Tell Me a Story by Amy Friedman and Meredith Johnson

The Fisherman and the Merman (A Folktale From Iceland)

Once upon a time a fisherman and his wife lived in the city of Hofn, in Iceland, and every day the fisherman paddled out into the huge lagoon to fish. Some days he was lucky, some days not so fortunate, but every day as he rowed he repeated to himself, "Wealth flows to where there is gold already."

It was an old saying, and since he had no gold at all, he often felt a bit hopeless. However, he continued to hold fast to his dream of finding gold.

One day he cast his line and immediately felt a mighty tug. He began to pull, and pull, and pull, and while he was a strong man, his line felt heavier than it ever had. He yanked with all his strength, and as he did, he was startled to see that he had not caught a fish.

Rather, at the end of his line was a man's head and body with the tail of a fish -- a merman!

"Who are you?" the fisherman asked, amazed by the sight. He had heard tales of those known as the Marbendill, but he had never seen such a creature. He had never actually believed they existed, but here was one right before his eyes.

"I'm a merman from the bottom of the sea, and since you know experience is most truthful, from this day on you shall believe we do exist."

"But why did you get caught on my hook?" the fisherman asked. In all the stories he had heard about mermen, they avoided people. "You must have been careless."

"This is true," said the merman. "Now let me go, will you? I was distracted, but as you know, I cannot live onshore. My family is down below."

The fisherman thought for a while. He had heard mermen brought fine gifts to human beings, and he was not about to let this one go without his gift. "I'd like a gift," he said.

The merman said nothing. He was thinking hard, too, for that's what mermen do. He looked around, noticing the arctic fox running across the land, the reindeer on shore, the puffins nesting up above them in the cliffs. This was a lovely world, but not for him. He belonged under the sea.

While he was thinking, the fisherman hauled him into the boat. "I think I'll keep you a while and see what price I can fetch."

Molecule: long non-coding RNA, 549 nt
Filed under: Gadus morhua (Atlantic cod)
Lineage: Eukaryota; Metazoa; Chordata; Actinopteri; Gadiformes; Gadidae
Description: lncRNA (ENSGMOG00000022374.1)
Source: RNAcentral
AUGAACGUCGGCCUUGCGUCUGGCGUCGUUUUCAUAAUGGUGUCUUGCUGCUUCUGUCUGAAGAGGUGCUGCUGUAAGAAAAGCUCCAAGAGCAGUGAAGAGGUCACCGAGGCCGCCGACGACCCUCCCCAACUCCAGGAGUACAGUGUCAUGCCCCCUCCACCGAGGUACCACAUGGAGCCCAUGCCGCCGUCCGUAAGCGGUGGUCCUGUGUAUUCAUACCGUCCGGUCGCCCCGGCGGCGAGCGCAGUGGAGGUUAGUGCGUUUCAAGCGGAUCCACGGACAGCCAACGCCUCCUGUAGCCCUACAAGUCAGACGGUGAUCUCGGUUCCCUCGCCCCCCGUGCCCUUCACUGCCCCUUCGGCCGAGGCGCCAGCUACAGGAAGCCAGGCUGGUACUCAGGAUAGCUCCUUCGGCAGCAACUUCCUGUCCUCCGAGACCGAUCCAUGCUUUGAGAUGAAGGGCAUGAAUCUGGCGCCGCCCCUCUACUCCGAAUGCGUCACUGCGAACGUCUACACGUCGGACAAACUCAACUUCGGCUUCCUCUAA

He tied the merman into his boat and rowed to shore.

The moment he pulled to shore, the fisherman's dog raced to meet them. He barked and leapt into the air, excited and happy. But the fisherman ignored his dog. He had no time now for petting and spoiling. He stepped around the dog, intent on figuring out what to do with his gift from the sea.

The dog's tail drooped and, looking downcast, he slunk away. The merman burst out laughing.

The fisherman was busy mooring his boat, and so he said nothing. When the boat was steady, he lifted the merman into his arms. This was no easy task because the merman was large. So he flung him over his shoulder and began to walk uphill toward home.

As he was climbing toward his cottage, he tripped on a mound of earth and grass and nearly fell. He turned and cursed, and as he did, the merman again burst out laughing.

Still, the fisherman paid little attention as he hurried to his cottage.

When he arrived, his wife ran outside and greeted him, "My love, how I have missed you!"

Again the merman burst out laughing.

Now, puzzled, the fisherman turned and asked, "What is so funny? You are always laughing."

"I've laughed just three times," the merman answered.

"And what is it you're laughing at?" the fisherman asked.

"I laugh when you behave like a fool. First you ignored the dog who loves you more than life itself. Only a fool ignores love. The second time I laughed because you cursed a mound of earth, but beneath that earth lies a pot of gold and only fool curses gold. The third time I laughed because your wife only pretends to love you and only a fool falls for pretense. Now, do not be a fool again. Be a good man and set me free."

The fisherman considered the merman's words. "Beyond your playfulness you may be serious," he said. "But there are ways to prove your words. You are right about my dog. He does love me. Now, let us go see if there is gold under that mound."

Still carrying the merman, the fisherman walked back to the spot where he had tripped. He tied the merman to a tree and dug down deep. Sure enough, he found a pot of gold, just as the merman had promised. The fisherman nodded. "You have been true to your word, and so shall I be," he said, and he rowed the merman back to the middle of the sea, letting him go just where he'd caught him.

The merman dived into the water, but just before he vanished, he rose to the surface and said, "You have been good to me, so I shall reward you. Be happy, my friend! Don't be a fool."

With those words he disappeared; moments later seven gray sea cows rose out of the water and swam to shore -- landing near the fisherman's cottage.

The fisherman ran after them, and as he did, one of them stopped and turned while the rest galloped away.

That sea cow turned so tame, it was as if she had always lived on land, and she gave so much milk, the fisherman became the wealthiest man in the village; that cow was the mother of the gray cows that live there to this day.

As for the fisherman's wife, nobody knows what happened to her. Still, if anyone ever catches a merman, it would be wise to pay close attention and to listen for the merman's laugh.

"Tell Me a Story 2: Animal Magic," the second CD in the audiobook series, is now available. For more information, please visit www.mythsandtales.com.